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The Not-So-Great Game

We got a nice one for you today, Dan’s interview with Mr. Hot Potatoe himself, Marc Bell. Here’s an excerpt:

Sometimes I look at a work and won’t be too interested. The way I will respond is, “Well, they needed to throw a wrench in it.” They need to throw a wrench into what they’re doing, and maybe it would come out more interesting. The thing that I liked about doing collaborations is that someone is interfering with what you’re doing. I’ll be drawing something and then someone adds to it or they take it in a different direction or because it’s a different person, it’s kind of an interference. So I think that led me to try to interfere with myself in the way I’m working, like with drawing and collages and stuff, trying to create something more interesting by creating a bit of a problem that has to be solved.

Also on the site, Rob Clough reviews Melissa Mendes’s Freddy Stories.

Elsewhere, there are a lot of links, too many for any one person to read in one day. You will have to pick and choose. I will try to help you decide when I can.

Dept. of Drug Abuse. Everyone will want to read Justin Green’s thoughts on marijuana—comic strip included.

Dept. of Process & Comics History.
Adrian Tomine talked to Comic Book Resources about the latest issue of Optic Nerve, an abandoned graphic novel, and learning to accept classic comic-strip techniques as valid for his own work.

Blaise Larmee continues to make gnomic replies to Matt Seneca’s questions in days two and three of their week’s worth of interviews. On Monday I said that this discussion would be catnip to some and provoke blank stares from others. Today, I have to admit that I have had both reactions to the talk, often within the space of a few sentences.

Dept. of Cartoonists on Video.
Kate Beaton appeared on another Canadian internet video thing, and Drew Friedman showed somebody who calls himself “Mr. Media” how he draws. (I know I referred to Mr. Media the same way the last time I mentioned him, but it’s really hard not to be surprised all over again every time I am reminded.)

Dept. of Grant Morrison Worship. Grant Morrison maniacs who haven’t slavishly departed from the premises after he tried to pull a Pearl Harbor on us last summer will be interested in two Marc Singer-related items. Singer of course is a formerly very active comics blogger and academic who is now releasing a book called Grant Morrison: Combining the Worlds of Contemporary Comics. The Mindless Ones interview Singer at length about the book here, and Singer himself excerpts a section on his own site.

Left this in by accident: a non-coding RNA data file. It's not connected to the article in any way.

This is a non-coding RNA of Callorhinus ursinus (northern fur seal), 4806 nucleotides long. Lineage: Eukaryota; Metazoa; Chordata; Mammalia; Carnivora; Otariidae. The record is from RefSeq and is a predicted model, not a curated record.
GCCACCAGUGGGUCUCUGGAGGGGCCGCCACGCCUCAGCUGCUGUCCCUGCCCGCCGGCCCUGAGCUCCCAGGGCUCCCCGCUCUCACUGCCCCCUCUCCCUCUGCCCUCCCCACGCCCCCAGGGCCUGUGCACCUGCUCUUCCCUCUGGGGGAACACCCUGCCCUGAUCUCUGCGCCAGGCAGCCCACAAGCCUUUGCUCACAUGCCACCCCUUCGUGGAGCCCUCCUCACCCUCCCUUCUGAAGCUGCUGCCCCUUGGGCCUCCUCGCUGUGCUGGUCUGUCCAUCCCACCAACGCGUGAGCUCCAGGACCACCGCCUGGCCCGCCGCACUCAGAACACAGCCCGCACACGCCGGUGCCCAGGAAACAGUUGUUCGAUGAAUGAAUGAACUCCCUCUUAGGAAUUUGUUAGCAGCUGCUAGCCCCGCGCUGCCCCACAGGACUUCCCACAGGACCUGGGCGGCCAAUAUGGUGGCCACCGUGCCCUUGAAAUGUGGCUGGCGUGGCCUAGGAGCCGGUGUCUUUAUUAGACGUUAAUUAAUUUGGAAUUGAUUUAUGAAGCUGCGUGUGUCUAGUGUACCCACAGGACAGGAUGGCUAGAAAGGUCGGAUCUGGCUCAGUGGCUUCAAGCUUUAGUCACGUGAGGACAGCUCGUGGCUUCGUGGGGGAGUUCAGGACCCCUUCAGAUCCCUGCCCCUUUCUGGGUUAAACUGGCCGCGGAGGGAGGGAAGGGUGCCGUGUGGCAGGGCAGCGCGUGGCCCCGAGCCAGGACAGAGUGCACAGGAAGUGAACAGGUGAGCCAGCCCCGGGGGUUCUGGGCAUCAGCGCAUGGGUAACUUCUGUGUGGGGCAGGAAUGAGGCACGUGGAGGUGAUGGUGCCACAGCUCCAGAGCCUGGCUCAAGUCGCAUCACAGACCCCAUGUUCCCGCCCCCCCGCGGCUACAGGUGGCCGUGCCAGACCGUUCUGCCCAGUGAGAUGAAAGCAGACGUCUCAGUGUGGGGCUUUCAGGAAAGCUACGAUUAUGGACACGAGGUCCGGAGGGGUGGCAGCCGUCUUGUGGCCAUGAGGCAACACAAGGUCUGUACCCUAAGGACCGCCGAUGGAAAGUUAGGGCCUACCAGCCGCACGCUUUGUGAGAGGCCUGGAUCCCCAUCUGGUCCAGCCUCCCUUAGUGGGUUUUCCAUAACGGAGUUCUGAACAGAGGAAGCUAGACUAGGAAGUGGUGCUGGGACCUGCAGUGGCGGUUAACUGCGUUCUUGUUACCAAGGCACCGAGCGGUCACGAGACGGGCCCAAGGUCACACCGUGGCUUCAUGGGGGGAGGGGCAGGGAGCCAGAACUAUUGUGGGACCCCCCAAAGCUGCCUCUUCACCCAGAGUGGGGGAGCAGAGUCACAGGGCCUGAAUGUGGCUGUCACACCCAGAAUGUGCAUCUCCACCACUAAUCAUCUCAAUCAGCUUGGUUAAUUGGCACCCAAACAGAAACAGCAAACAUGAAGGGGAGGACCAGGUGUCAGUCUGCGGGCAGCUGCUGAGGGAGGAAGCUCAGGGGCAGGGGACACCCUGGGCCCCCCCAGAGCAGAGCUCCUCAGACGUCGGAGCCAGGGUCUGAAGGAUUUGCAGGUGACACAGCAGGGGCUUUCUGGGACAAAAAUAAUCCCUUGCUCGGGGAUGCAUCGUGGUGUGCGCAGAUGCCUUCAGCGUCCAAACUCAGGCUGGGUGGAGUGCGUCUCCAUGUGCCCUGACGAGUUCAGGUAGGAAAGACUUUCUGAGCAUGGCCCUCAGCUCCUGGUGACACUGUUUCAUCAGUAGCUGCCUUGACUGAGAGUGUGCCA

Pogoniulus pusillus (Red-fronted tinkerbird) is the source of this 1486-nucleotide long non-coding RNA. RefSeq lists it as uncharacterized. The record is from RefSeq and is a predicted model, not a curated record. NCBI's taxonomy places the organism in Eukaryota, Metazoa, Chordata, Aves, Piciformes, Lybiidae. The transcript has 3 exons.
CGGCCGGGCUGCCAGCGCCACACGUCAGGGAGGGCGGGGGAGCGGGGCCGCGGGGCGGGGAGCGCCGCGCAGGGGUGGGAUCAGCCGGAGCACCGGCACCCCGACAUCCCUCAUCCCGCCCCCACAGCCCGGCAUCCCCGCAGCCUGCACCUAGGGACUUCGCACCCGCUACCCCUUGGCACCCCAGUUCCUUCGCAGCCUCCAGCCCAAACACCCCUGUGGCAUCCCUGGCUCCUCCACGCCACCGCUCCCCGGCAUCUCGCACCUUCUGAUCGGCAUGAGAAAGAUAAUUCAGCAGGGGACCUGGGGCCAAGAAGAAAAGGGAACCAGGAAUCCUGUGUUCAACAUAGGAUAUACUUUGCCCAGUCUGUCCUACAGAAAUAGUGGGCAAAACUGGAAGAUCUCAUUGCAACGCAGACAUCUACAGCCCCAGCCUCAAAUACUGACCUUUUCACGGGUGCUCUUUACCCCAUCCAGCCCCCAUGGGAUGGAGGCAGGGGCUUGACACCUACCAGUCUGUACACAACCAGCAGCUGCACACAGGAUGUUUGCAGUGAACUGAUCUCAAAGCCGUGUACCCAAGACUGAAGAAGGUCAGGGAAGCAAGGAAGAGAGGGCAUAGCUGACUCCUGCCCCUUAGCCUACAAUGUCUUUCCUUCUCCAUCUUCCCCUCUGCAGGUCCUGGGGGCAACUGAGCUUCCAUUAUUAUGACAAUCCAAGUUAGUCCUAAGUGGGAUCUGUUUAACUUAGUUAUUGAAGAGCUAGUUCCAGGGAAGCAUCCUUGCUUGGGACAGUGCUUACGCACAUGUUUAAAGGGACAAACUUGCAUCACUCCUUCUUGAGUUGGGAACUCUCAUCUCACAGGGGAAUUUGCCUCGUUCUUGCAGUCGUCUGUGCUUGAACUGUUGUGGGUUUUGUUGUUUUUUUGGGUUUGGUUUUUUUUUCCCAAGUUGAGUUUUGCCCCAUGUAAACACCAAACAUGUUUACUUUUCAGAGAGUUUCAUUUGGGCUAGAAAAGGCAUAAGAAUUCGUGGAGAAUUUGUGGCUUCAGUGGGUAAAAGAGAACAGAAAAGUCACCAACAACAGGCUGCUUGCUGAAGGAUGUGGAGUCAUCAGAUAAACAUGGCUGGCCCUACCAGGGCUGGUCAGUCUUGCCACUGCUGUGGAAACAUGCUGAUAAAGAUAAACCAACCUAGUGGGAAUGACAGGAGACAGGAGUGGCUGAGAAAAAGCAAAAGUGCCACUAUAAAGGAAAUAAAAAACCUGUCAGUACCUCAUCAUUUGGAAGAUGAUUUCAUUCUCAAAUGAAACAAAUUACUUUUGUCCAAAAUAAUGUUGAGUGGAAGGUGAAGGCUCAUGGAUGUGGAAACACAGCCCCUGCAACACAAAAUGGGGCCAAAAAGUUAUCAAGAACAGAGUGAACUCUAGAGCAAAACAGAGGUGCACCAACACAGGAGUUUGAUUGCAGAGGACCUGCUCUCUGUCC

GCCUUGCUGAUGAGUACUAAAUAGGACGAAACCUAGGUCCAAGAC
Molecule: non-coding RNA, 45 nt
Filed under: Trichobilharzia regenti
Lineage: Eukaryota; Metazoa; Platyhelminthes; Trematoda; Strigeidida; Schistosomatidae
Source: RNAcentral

For those who aren’t yet Morrison maniacs but want to become one for some reason, Chris Mautner provides a guide to his entire oeuvre.

Dept. of Alan Moore Talking at Length.
Moore talked to Fast Company about Harvey Pekar here (Top Shelf has more on the Moore/Pekar relationship), and his recent interview with The Independent has been republished entirely uncut here.

Dept. of Speaking of Uncut… Fantagraphics has published the complete R.C. Harvey essay on Pogo that was far too long to include in its entirety between the two covers of their recent Pogo collection (at least without losing some of the strip).

Dept. of Comics Internet Bashing. Tucker Stone goes on a tear near the end there, while Jones (O.O.T.J.B.) keeps things short and sweet.

Dept. of Pleasant Surprises.
I’m going to steer clear of the comments thread underneath it so as not to ruin things, but Noah Berlatsky’s review of Ben Saunder’s Do Gods Wear Capes? is really good!

 

It’s Today

Indeed it is. And like every Tuesday for the rest of your life, Joe McCulloch is telling you about this week in comics releases. He does this not because he wants to. No, he does it because he needs to. He can’t help him. Joe is a great human comic reading machine.

Elsewhere in the comics world: Our own Frank Santoro, currently en route to NYC via the great Amtrak network, has announced another session of his comics correspondence course for March 2012. It’s go time. Speaking of Frank, this blog seems plucked from his brain once upon a time. A chronicle of shitty 80s genre comics. Gotta love them. I know I do. You know else does? Jim Rugg. He has some fine holiday gift suggestions on his own blog! And James Romberger looks at Alex Toth’s classic genre work of the 50s.